Sunday, June 27, 2010

Towards a biological understanding of behavioural problems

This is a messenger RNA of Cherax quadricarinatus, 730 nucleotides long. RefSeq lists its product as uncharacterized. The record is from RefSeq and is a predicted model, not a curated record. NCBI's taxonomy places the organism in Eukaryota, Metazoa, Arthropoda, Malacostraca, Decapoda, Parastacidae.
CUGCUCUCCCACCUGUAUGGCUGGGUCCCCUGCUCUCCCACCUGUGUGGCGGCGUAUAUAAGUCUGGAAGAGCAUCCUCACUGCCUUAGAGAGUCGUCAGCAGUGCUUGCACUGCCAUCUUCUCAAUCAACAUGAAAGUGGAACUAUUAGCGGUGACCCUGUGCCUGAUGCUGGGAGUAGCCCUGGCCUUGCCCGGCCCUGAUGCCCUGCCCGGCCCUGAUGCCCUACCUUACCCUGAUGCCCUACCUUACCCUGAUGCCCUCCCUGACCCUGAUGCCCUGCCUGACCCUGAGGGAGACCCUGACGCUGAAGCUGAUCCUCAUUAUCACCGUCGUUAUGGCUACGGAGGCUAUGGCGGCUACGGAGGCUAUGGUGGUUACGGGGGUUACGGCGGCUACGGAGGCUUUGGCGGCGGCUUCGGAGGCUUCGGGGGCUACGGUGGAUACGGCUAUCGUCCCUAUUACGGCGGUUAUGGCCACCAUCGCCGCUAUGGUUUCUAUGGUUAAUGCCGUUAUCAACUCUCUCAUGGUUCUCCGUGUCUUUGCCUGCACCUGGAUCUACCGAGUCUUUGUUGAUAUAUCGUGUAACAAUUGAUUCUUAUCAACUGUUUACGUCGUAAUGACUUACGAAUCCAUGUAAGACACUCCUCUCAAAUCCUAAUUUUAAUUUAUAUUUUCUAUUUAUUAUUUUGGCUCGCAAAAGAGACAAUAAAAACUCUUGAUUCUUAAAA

Current ASD diagnostic approaches and intervention options are behavioral in nature, therefore, why is an understanding of ASD at the biological level relevant? This review, published in the journal Clinical Psychology Review, discusses some of the biological disruptions behind the behavioural symptoms of ASD. One of the core components behind the biology is the dopamine neural pathway. Dopamine is a chemical and sometimes hormone, in the nervous system that performs a number of tasks. It is often referred to as the reward hormone because of its involvement in rewarding and reinforcing behaviours. Other chemicals in the brain are discussed here also. Understanding the biology helps us to design drugs that can assist with current behavioural treatments, resulting in quicker learning and a decreased reliance on specialised services. With earlier diagnosis, earlier drug treatment can assist the body's own learning processes, before specialised training can commence. With many causes of ASD, treatments are unlikely to be terribly effective which address the cause. Effective treatments are likely to be those that address the affected biology.

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